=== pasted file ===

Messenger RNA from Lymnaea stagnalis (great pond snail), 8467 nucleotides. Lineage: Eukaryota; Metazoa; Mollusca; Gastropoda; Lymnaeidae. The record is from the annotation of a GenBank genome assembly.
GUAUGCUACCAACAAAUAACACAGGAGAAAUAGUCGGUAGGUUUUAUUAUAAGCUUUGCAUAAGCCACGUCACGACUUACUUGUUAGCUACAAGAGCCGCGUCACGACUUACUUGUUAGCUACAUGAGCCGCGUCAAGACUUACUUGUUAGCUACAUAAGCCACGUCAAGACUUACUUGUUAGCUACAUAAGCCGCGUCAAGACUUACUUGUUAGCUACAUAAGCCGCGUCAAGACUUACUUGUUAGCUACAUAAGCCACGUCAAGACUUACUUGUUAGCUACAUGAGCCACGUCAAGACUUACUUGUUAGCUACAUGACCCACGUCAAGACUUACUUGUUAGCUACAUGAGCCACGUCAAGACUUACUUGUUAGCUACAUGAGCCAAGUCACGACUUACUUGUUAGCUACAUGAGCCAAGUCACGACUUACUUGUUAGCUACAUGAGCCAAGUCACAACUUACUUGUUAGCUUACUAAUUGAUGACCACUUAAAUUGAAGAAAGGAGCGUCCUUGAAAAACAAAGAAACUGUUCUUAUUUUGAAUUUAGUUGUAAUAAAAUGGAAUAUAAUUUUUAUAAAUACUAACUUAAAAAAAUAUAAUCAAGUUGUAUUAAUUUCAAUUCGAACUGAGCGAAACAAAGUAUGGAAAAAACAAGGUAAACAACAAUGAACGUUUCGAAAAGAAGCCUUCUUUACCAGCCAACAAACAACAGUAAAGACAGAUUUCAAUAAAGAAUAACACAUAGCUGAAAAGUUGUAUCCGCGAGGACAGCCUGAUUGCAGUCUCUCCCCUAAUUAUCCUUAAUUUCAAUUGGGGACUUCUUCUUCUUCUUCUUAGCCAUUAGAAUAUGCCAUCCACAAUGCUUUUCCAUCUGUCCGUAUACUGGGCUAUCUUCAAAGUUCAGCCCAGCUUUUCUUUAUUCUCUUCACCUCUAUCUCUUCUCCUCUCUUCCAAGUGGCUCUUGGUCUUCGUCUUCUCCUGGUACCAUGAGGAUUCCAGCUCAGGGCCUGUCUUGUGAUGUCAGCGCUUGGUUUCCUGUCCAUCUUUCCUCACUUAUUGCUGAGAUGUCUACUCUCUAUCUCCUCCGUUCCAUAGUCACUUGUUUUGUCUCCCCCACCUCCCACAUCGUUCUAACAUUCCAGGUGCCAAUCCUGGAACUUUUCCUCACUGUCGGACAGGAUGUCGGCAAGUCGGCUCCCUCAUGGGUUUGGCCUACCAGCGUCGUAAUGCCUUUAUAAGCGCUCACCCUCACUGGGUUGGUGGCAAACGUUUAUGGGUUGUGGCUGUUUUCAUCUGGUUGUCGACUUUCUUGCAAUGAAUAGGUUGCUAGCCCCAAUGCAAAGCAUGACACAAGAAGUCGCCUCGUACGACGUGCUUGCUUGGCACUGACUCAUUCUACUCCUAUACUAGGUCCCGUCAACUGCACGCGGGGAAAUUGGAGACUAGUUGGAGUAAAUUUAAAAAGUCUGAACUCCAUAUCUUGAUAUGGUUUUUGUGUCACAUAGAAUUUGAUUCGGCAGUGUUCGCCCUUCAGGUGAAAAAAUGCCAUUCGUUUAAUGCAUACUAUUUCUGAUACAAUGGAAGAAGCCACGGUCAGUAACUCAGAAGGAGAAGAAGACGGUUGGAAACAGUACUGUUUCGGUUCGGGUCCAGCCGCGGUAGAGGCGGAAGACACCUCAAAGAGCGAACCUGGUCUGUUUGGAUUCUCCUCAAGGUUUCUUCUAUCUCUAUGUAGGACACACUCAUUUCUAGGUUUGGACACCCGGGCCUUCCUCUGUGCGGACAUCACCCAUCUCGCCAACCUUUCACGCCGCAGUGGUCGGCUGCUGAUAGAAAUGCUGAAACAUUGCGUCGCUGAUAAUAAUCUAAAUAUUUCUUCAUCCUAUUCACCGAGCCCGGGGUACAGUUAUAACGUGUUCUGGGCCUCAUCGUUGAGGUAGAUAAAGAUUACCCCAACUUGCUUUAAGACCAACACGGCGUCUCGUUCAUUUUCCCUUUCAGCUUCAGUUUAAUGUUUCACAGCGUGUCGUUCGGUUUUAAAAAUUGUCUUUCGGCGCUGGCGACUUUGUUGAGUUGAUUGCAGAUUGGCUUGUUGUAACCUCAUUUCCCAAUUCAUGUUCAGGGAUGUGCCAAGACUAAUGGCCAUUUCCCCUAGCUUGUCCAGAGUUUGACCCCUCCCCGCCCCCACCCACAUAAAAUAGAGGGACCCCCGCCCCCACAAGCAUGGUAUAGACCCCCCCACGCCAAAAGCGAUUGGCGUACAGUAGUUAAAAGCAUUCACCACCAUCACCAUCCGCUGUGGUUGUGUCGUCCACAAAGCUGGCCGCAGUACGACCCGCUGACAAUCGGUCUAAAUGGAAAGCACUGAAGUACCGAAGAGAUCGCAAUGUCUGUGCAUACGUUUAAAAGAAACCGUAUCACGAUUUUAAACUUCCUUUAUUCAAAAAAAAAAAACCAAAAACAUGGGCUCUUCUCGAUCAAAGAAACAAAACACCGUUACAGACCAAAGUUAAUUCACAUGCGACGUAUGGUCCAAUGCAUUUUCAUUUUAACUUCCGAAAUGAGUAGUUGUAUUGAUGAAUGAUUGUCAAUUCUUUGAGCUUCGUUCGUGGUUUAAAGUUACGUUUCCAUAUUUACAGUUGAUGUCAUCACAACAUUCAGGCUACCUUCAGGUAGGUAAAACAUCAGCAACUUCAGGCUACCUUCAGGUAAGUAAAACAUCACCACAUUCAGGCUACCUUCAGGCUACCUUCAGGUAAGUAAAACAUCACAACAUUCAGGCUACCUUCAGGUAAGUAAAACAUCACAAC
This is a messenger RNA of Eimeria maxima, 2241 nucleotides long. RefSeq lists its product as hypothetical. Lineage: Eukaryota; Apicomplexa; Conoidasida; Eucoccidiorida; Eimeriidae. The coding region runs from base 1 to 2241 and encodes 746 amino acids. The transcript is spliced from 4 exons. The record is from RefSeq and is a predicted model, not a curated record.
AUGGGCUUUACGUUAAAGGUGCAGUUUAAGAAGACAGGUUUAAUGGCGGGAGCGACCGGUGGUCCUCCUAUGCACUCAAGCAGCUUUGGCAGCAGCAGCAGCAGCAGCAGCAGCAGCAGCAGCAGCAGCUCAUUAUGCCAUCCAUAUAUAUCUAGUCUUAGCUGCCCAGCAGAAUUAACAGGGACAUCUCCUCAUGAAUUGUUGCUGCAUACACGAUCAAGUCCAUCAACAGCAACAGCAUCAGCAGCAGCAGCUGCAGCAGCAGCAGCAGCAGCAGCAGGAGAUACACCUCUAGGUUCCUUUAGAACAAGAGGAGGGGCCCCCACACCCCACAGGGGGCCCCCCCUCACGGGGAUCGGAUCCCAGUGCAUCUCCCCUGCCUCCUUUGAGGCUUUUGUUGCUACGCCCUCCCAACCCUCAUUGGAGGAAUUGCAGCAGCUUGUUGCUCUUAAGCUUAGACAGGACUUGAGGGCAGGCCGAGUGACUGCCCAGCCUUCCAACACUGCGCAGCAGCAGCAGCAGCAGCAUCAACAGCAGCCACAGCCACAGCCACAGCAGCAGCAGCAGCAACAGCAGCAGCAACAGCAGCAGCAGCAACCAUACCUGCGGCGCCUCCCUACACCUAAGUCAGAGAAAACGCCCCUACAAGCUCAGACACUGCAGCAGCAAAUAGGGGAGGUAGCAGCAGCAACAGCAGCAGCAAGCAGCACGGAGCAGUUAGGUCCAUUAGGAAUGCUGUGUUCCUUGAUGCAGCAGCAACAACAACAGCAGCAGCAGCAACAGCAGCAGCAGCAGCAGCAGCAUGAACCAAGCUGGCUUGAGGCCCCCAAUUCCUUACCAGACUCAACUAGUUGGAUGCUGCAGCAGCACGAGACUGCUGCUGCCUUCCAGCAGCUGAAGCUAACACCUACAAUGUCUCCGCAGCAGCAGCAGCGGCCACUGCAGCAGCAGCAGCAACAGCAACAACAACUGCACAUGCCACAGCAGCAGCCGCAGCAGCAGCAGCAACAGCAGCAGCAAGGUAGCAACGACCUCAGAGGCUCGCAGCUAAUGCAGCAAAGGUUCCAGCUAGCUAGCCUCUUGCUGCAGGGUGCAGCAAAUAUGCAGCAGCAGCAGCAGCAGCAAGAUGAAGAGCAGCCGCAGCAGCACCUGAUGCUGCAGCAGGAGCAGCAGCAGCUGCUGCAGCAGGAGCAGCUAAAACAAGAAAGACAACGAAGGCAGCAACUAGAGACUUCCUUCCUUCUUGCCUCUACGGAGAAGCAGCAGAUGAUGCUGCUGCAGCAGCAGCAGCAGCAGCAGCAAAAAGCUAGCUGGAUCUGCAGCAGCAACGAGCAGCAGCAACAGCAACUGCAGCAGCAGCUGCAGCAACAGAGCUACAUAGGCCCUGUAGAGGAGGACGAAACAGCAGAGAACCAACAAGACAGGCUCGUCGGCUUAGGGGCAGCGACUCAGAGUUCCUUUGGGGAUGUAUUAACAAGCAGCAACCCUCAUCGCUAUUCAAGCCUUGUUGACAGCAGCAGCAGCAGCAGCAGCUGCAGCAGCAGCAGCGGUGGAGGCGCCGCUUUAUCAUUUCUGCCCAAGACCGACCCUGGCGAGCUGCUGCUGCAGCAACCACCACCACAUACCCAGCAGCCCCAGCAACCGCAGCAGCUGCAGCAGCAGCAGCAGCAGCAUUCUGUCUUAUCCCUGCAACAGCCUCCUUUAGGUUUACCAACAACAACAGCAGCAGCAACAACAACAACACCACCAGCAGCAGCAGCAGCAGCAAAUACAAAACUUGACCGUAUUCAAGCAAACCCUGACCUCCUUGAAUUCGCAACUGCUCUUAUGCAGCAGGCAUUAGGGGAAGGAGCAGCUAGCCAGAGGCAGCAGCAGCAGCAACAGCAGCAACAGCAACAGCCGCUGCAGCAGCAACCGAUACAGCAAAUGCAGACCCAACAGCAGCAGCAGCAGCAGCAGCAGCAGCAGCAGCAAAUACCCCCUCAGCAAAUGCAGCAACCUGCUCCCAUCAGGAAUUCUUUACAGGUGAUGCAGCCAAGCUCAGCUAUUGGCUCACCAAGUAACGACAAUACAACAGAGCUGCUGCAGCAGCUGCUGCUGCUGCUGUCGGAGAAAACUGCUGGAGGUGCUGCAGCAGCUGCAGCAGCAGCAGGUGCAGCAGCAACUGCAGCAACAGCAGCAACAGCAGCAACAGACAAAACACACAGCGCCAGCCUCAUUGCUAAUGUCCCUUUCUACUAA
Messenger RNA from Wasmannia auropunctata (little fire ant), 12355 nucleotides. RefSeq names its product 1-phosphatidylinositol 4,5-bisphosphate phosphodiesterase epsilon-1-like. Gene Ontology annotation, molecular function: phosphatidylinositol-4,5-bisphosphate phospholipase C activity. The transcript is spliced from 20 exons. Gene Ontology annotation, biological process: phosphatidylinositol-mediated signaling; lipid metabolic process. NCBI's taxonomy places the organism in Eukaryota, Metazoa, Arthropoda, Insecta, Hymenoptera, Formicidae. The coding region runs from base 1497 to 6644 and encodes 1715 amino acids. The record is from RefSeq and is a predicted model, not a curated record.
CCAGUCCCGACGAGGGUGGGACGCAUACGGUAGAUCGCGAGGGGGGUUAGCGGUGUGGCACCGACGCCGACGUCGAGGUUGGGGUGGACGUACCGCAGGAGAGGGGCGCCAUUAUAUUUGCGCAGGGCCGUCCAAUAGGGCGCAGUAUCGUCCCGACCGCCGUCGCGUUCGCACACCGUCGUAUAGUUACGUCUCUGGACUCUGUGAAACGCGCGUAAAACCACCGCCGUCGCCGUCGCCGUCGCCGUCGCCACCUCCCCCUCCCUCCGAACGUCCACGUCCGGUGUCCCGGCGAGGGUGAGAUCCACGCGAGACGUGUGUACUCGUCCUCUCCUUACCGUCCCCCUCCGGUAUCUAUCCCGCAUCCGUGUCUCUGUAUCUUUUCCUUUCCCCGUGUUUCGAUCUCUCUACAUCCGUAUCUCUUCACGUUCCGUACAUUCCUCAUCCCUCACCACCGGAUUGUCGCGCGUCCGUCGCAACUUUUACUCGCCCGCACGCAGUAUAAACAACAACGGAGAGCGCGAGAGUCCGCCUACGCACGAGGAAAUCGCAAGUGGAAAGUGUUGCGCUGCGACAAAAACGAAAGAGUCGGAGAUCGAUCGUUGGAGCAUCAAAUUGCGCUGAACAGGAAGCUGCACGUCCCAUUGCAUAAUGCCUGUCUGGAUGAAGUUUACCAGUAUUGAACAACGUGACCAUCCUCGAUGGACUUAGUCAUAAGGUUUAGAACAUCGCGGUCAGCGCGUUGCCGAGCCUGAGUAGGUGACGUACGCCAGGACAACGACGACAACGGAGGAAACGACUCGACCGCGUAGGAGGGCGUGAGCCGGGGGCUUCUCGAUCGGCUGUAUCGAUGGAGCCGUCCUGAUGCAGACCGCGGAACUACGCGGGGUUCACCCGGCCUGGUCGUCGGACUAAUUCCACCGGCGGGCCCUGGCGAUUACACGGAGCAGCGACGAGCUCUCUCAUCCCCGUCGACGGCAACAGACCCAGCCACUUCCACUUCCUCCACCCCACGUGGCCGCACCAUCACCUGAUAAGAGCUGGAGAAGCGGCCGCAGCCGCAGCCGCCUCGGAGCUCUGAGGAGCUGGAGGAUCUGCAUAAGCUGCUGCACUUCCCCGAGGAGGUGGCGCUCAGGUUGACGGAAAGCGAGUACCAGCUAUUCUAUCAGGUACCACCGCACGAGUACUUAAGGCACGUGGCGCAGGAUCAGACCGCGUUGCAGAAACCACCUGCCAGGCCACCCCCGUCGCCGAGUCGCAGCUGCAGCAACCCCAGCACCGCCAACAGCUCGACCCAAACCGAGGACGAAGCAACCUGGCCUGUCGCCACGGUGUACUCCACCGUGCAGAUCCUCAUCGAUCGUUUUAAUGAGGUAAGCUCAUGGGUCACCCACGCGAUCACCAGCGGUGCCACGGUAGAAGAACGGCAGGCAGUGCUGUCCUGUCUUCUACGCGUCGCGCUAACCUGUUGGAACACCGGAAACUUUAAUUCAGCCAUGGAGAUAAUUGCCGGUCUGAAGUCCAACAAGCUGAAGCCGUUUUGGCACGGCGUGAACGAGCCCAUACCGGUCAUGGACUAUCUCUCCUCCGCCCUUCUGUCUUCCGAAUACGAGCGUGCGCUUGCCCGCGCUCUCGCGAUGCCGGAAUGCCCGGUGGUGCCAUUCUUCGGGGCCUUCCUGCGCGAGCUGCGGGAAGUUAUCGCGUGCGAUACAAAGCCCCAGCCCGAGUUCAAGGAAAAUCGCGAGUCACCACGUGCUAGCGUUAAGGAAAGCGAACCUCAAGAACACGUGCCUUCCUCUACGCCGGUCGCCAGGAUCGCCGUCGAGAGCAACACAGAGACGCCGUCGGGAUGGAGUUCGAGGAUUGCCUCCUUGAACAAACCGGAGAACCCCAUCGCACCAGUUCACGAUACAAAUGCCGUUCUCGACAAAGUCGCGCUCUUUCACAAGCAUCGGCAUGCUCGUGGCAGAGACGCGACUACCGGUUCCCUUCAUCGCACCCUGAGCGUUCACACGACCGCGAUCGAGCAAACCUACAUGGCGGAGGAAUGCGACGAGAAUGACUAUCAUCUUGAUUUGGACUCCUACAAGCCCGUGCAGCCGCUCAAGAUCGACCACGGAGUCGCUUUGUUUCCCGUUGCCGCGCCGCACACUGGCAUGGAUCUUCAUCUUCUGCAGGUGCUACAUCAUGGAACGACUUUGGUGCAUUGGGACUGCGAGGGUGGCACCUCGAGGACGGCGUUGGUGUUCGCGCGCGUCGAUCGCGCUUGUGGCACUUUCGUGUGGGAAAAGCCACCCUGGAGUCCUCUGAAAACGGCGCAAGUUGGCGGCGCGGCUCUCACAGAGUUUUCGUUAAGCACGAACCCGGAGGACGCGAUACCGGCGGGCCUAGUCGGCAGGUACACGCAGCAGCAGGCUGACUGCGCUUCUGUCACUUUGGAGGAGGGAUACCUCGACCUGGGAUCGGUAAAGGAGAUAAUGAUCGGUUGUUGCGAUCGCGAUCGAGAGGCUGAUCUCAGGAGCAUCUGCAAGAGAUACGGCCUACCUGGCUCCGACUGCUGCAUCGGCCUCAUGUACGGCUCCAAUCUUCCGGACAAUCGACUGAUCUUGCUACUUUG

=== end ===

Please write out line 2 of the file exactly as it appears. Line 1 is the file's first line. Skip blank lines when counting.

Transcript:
GUAUGCUACCAACAAAUAACACAGGAGAAAUAGUCGGUAGGUUUUAUUAUAAGCUUUGCAUAAGCCACGUCACGACUUACUUGUUAGCUACAAGAGCCGCGUCACGACUUACUUGUUAGCUACAUGAGCCGCGUCAAGACUUACUUGUUAGCUACAUAAGCCACGUCAAGACUUACUUGUUAGCUACAUAAGCCGCGUCAAGACUUACUUGUUAGCUACAUAAGCCGCGUCAAGACUUACUUGUUAGCUACAUAAGCCACGUCAAGACUUACUUGUUAGCUACAUGAGCCACGUCAAGACUUACUUGUUAGCUACAUGACCCACGUCAAGACUUACUUGUUAGCUACAUGAGCCACGUCAAGACUUACUUGUUAGCUACAUGAGCCAAGUCACGACUUACUUGUUAGCUACAUGAGCCAAGUCACGACUUACUUGUUAGCUACAUGAGCCAAGUCACAACUUACUUGUUAGCUUACUAAUUGAUGACCACUUAAAUUGAAGAAAGGAGCGUCCUUGAAAAACAAAGAAACUGUUCUUAUUUUGAAUUUAGUUGUAAUAAAAUGGAAUAUAAUUUUUAUAAAUACUAACUUAAAAAAAUAUAAUCAAGUUGUAUUAAUUUCAAUUCGAACUGAGCGAAACAAAGUAUGGAAAAAACAAGGUAAACAACAAUGAACGUUUCGAAAAGAAGCCUUCUUUACCAGCCAACAAACAACAGUAAAGACAGAUUUCAAUAAAGAAUAACACAUAGCUGAAAAGUUGUAUCCGCGAGGACAGCCUGAUUGCAGUCUCUCCCCUAAUUAUCCUUAAUUUCAAUUGGGGACUUCUUCUUCUUCUUCUUAGCCAUUAGAAUAUGCCAUCCACAAUGCUUUUCCAUCUGUCCGUAUACUGGGCUAUCUUCAAAGUUCAGCCCAGCUUUUCUUUAUUCUCUUCACCUCUAUCUCUUCUCCUCUCUUCCAAGUGGCUCUUGGUCUUCGUCUUCUCCUGGUACCAUGAGGAUUCCAGCUCAGGGCCUGUCUUGUGAUGUCAGCGCUUGGUUUCCUGUCCAUCUUUCCUCACUUAUUGCUGAGAUGUCUACUCUCUAUCUCCUCCGUUCCAUAGUCACUUGUUUUGUCUCCCCCACCUCCCACAUCGUUCUAACAUUCCAGGUGCCAAUCCUGGAACUUUUCCUCACUGUCGGACAGGAUGUCGGCAAGUCGGCUCCCUCAUGGGUUUGGCCUACCAGCGUCGUAAUGCCUUUAUAAGCGCUCACCCUCACUGGGUUGGUGGCAAACGUUUAUGGGUUGUGGCUGUUUUCAUCUGGUUGUCGACUUUCUUGCAAUGAAUAGGUUGCUAGCCCCAAUGCAAAGCAUGACACAAGAAGUCGCCUCGUACGACGUGCUUGCUUGGCACUGACUCAUUCUACUCCUAUACUAGGUCCCGUCAACUGCACGCGGGGAAAUUGGAGACUAGUUGGAGUAAAUUUAAAAAGUCUGAACUCCAUAUCUUGAUAUGGUUUUUGUGUCACAUAGAAUUUGAUUCGGCAGUGUUCGCCCUUCAGGUGAAAAAAUGCCAUUCGUUUAAUGCAUACUAUUUCUGAUACAAUGGAAGAAGCCACGGUCAGUAACUCAGAAGGAGAAGAAGACGGUUGGAAACAGUACUGUUUCGGUUCGGGUCCAGCCGCGGUAGAGGCGGAAGACACCUCAAAGAGCGAACCUGGUCUGUUUGGAUUCUCCUCAAGGUUUCUUCUAUCUCUAUGUAGGACACACUCAUUUCUAGGUUUGGACACCCGGGCCUUCCUCUGUGCGGACAUCACCCAUCUCGCCAACCUUUCACGCCGCAGUGGUCGGCUGCUGAUAGAAAUGCUGAAACAUUGCGUCGCUGAUAAUAAUCUAAAUAUUUCUUCAUCCUAUUCACCGAGCCCGGGGUACAGUUAUAACGUGUUCUGGGCCUCAUCGUUGAGGUAGAUAAAGAUUACCCCAACUUGCUUUAAGACCAACACGGCGUCUCGUUCAUUUUCCCUUUCAGCUUCAGUUUAAUGUUUCACAGCGUGUCGUUCGGUUUUAAAAAUUGUCUUUCGGCGCUGGCGACUUUGUUGAGUUGAUUGCAGAUUGGCUUGUUGUAACCUCAUUUCCCAAUUCAUGUUCAGGGAUGUGCCAAGACUAAUGGCCAUUUCCCCUAGCUUGUCCAGAGUUUGACCCCUCCCCGCCCCCACCCACAUAAAAUAGAGGGACCCCCGCCCCCACAAGCAUGGUAUAGACCCCCCCACGCCAAAAGCGAUUGGCGUACAGUAGUUAAAAGCAUUCACCACCAUCACCAUCCGCUGUGGUUGUGUCGUCCACAAAGCUGGCCGCAGUACGACCCGCUGACAAUCGGUCUAAAUGGAAAGCACUGAAGUACCGAAGAGAUCGCAAUGUCUGUGCAUACGUUUAAAAGAAACCGUAUCACGAUUUUAAACUUCCUUUAUUCAAAAAAAAAAAACCAAAAACAUGGGCUCUUCUCGAUCAAAGAAACAAAACACCGUUACAGACCAAAGUUAAUUCACAUGCGACGUAUGGUCCAAUGCAUUUUCAUUUUAACUUCCGAAAUGAGUAGUUGUAUUGAUGAAUGAUUGUCAAUUCUUUGAGCUUCGUUCGUGGUUUAAAGUUACGUUUCCAUAUUUACAGUUGAUGUCAUCACAACAUUCAGGCUACCUUCAGGUAGGUAAAACAUCAGCAACUUCAGGCUACCUUCAGGUAAGUAAAACAUCACCACAUUCAGGCUACCUUCAGGCUACCUUCAGGUAAGUAAAACAUCACAACAUUCAGGCUACCUUCAGGUAAGUAAAACAUCACAAC